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PNS Daily Newscast - September 20, 2019 


A whistleblower complaint against President Trump sets off tug-of-war between Congress and the White House; and students around the world strike today to demand action on climate change.

2020Talks - September 20, 2019. (3 min.)  


Climate change is a big issue this election season, and global climate strikes kick off, while UAW labor strikes continue.

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Heart Disease a Leading Cause of Death for TN Women

Heart Disease is the leading cause of death for women in Tennessee, according to the Tennessee Health Department. (Adobe Stock)
Heart Disease is the leading cause of death for women in Tennessee, according to the Tennessee Health Department. (Adobe Stock)
May 16, 2019

NASHVILLE, Tenn. – This week is Women's Health Week and the Tennessee Department of Health is urging women to make sure they're caught up on preventive screenings, such as mammograms.

Kelly Luskin, section chief of reproductive and women's health at the Tennessee Department of Health, says women should talk to their health care providers about which screenings and tests are right for them, when they should have them and how often.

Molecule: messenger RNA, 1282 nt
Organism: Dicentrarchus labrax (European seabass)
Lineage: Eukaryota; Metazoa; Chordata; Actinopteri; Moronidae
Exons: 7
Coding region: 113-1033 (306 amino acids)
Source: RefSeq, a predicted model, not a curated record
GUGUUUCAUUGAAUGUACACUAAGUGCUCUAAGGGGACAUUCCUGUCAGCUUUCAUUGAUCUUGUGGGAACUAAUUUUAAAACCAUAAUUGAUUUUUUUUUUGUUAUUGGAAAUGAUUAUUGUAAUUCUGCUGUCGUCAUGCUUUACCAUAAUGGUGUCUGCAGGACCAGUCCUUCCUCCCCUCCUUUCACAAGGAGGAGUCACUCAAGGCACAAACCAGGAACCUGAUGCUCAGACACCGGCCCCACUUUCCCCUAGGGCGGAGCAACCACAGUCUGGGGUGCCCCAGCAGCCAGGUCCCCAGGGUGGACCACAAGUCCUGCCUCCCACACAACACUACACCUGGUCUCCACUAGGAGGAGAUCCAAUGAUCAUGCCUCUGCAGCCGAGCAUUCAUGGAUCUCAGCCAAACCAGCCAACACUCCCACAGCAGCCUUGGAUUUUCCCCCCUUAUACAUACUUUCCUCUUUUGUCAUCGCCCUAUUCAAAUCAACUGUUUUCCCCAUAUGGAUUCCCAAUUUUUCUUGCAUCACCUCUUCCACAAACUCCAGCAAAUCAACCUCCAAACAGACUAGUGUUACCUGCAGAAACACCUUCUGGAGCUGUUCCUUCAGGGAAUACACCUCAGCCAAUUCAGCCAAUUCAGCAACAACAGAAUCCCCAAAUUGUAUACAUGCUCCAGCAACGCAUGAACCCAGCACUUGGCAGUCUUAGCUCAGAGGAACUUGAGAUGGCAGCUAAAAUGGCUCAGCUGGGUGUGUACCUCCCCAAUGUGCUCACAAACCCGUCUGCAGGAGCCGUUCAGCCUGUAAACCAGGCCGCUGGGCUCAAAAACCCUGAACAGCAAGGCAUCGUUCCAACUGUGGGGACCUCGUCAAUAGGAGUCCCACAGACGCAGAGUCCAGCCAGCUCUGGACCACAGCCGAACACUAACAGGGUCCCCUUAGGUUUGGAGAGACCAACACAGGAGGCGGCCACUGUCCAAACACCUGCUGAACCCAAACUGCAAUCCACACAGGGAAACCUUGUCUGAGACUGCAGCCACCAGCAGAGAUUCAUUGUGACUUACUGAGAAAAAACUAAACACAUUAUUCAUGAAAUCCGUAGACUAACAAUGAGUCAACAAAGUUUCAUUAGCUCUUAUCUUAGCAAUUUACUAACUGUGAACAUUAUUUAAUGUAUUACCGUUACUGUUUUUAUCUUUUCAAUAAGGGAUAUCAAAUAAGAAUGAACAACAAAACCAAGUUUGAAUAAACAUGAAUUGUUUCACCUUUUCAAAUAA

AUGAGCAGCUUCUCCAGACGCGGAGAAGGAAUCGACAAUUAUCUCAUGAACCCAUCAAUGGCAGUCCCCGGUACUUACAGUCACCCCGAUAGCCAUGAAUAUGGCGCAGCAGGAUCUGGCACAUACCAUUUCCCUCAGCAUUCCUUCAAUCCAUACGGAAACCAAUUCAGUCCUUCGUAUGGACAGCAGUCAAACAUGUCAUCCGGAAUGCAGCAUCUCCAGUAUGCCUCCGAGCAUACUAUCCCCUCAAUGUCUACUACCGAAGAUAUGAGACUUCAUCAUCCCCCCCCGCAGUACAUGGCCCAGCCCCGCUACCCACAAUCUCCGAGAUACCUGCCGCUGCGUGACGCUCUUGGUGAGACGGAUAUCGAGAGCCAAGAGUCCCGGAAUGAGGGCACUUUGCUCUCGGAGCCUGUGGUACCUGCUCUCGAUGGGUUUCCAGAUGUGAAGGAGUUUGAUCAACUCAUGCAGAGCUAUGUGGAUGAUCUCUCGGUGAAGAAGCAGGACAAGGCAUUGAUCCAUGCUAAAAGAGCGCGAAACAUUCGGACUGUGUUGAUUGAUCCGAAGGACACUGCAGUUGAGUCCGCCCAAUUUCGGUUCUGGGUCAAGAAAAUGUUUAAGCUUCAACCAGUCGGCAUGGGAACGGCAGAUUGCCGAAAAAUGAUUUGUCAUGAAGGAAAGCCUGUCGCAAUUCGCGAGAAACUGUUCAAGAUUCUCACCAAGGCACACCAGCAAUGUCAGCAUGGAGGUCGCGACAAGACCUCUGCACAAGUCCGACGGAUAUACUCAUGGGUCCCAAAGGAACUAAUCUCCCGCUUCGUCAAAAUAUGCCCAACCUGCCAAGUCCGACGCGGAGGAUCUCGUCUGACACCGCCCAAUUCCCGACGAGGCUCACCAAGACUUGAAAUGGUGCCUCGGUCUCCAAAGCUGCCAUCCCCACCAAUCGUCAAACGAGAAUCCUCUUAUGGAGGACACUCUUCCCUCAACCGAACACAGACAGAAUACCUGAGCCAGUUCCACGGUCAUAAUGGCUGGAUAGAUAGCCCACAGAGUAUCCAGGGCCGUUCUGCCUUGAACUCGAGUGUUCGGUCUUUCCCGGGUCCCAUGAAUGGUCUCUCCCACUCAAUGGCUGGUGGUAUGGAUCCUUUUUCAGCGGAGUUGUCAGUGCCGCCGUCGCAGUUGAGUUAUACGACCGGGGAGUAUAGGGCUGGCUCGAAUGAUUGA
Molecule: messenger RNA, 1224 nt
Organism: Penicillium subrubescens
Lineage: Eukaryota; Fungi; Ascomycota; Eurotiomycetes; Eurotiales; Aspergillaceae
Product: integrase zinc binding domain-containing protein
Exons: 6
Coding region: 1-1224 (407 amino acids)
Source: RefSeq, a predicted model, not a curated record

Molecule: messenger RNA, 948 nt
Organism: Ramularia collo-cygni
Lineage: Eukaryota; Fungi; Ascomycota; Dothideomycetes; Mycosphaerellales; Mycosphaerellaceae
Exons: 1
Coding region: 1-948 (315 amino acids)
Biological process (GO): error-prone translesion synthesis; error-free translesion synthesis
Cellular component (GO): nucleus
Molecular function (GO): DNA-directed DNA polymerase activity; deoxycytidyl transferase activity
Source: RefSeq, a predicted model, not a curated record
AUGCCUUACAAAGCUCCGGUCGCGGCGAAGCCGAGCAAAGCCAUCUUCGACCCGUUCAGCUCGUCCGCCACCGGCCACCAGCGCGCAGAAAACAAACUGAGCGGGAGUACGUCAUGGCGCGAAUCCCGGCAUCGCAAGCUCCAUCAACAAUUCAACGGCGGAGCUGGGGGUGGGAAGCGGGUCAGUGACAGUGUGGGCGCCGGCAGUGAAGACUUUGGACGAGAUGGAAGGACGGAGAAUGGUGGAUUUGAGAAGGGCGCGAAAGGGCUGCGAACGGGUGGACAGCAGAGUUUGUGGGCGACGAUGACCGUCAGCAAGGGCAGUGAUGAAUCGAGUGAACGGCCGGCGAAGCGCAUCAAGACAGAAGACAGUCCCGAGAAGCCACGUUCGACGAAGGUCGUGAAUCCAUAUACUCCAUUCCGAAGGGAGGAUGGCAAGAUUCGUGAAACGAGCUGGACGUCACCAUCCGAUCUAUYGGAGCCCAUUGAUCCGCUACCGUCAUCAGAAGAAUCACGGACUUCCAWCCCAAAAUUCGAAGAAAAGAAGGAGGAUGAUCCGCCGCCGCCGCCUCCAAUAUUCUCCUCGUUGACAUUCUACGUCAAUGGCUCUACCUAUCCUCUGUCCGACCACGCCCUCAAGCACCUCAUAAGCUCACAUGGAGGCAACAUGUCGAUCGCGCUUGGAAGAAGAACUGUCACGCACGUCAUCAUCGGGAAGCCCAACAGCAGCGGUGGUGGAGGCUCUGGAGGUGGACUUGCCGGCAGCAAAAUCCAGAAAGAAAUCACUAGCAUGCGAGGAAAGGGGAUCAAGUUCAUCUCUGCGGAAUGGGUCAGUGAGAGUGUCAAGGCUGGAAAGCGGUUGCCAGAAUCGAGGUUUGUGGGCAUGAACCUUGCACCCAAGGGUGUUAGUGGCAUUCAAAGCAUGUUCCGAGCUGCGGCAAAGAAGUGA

"Really, I think what's happening these days with preventive screening guidelines is it's much more individualized,” she states. “It's not so cookie cutter as it was before: 'Everybody must do this every year.'

“It really is kind of sitting down and looking at what are you risks and, based on your risks, what do we need to screen you for."

Luskin says heart disease continues to be the leading cause of death for women in Tennessee. More than 7,000 women succumbed to heart disease in 2017.

Research shows women tend to be primary caregivers and often put their families before themselves when it comes to health.

Luskin urges women to take charge of their health by avoiding smoking and paying attention to signs of stress.

"Mental health and stress, we all know, plays a role huge in people's overall health and can also lead to things such as heart disease.”

The second leading cause of death for women in Tennessee is cancer, followed by chronic lower respiratory disease.

Smoking is a major risk factor. In 2017, 21% of adult women in Tennessee were smokers, according to the Health Department.

Tennesseans who need support stopping tobacco use can call the Tennessee Tobacco QuitLine for counseling at no charge. For information, visit tnquitline.org.

Nadia Ramlagan, Public News Service - TN